Tuesday, August 31, 2010

A Prophet

A Prophet is a French crime thriller directed by Jacques Audiard that currently holds a 97% fresh rating on Rotten Tomatoes. It tells the story of an Arab petty criminal Malik El Djebena (Tahar Rahim) who is sentenced to six years in jail for beating up a policeman. For reasons that aren't too clear he falls in with the Corsican mafia in prison rather than the Muslims and reluctantly kills a ludicrously under protected informer to prove his bona fides and get the Corsicans' protection. As a plot device most of the Corsicans are sent to Corsica to serve out their sentences (but not, apparently, the big boss) allowing Malik to move up the ranks. Throughout the film he learns to read and write and somehow establishes his own slap dash criminal network while still making coffee for the boss. The Corsican chief finds out about this and hurts him with a spoon and then - immediately after this spoon incident - decides that Malik and his gang of incompetent hash smugglers are the right men to assassinate an important criminal rival.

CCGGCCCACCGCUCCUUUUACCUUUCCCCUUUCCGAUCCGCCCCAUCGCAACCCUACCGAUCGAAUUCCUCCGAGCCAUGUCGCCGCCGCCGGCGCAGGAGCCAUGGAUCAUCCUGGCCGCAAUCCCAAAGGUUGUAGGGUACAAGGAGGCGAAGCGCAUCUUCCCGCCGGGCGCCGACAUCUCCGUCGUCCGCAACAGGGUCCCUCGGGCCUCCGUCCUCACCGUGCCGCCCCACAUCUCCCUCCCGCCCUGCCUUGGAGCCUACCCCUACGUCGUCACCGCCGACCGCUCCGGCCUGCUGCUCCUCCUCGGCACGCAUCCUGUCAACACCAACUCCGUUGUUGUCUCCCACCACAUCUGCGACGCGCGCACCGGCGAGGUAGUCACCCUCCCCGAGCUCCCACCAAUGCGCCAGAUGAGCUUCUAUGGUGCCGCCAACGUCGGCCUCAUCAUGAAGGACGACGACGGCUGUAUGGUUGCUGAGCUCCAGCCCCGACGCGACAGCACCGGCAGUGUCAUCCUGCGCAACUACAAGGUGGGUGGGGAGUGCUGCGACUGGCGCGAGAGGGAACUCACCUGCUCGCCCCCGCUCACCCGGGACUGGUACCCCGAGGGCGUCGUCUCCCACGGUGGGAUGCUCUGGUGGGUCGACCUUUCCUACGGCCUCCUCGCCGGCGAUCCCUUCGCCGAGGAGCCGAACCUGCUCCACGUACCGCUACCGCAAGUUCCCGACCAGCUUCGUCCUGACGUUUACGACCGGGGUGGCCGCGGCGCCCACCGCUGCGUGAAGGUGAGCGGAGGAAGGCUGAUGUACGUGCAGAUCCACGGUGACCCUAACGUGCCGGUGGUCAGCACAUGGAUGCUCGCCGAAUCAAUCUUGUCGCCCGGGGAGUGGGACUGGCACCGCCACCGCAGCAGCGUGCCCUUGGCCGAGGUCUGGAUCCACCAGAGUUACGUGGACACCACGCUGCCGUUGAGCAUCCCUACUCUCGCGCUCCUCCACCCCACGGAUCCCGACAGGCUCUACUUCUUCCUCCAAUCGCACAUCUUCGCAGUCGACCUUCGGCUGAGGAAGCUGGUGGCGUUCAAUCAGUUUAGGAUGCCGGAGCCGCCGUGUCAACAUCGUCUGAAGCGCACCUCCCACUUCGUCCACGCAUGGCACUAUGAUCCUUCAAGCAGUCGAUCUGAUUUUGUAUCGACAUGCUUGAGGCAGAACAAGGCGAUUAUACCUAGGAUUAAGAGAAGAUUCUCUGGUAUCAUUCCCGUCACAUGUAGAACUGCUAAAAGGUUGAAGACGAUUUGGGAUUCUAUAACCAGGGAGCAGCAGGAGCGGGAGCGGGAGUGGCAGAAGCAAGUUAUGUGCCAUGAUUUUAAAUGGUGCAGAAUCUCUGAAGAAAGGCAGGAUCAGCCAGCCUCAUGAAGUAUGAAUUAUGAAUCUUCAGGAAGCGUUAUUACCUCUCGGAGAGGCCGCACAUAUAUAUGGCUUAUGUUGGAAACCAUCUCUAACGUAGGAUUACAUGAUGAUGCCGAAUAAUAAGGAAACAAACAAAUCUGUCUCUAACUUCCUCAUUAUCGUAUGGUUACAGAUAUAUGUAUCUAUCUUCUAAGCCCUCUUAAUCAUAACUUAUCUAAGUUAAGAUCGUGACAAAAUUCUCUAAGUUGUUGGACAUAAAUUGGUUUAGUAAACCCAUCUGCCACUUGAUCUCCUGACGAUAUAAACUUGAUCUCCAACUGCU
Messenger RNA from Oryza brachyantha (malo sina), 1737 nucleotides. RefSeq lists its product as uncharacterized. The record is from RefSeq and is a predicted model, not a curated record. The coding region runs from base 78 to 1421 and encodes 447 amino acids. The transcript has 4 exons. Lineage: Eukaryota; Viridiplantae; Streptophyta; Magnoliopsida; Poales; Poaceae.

I really wanted to like this film because I enjoyed Audiard's The Beat That My Heart Skipped and especially after Mark Kermode's gushing review on the BBC, but je ne l'aime pas mostly because the plot was just too ridiculous. A film doesn't have to be logical but it does have to follow its own internal logic and A Prophet doesn't. He's either a criminal mastermind or a dogsbody, he cant be both. Prisons run on the currency of fear and you've either got the shekels or you dont. The director doesn't really understand how prison or organised crime works and his deus ex machina Red Harvest/Yojimbo ending was completely unbelievable. There's a Muslim revelation subtext which feels tacked on and a Henry IV Falstaff/Prince Hal brush off bit that you could see coming from the first ten minutes. The acting is one note from everyone including the lead who has been praised to the skies for this performance. Other reviewers have lauded the vague religious iconography but it might as well have been a man sticking his arm in his jacket and pretending to be that other famous Corsican bandit for all its relevance. Nothing in the screenplay has been thought through too deeply. Stereotypes are everywhere: devout Muslim scholars, long haired Corsican goons, flashy Italian gangsters etc. The one thing I liked was the direction which was supremely confident and bold, but even the best scenes were often undercut by cheesy musical choices. Yes but its 97% fresh, I hear you say. Well, I'm sorry I don't know what film they saw but the 97% are wrong and I'm right: A Prophet is a bit like French pop music - an interesting curiosity but ultimately just fluff that no one should take too seriously. Jacques Audiard can do better and needs to be held to a higher standard.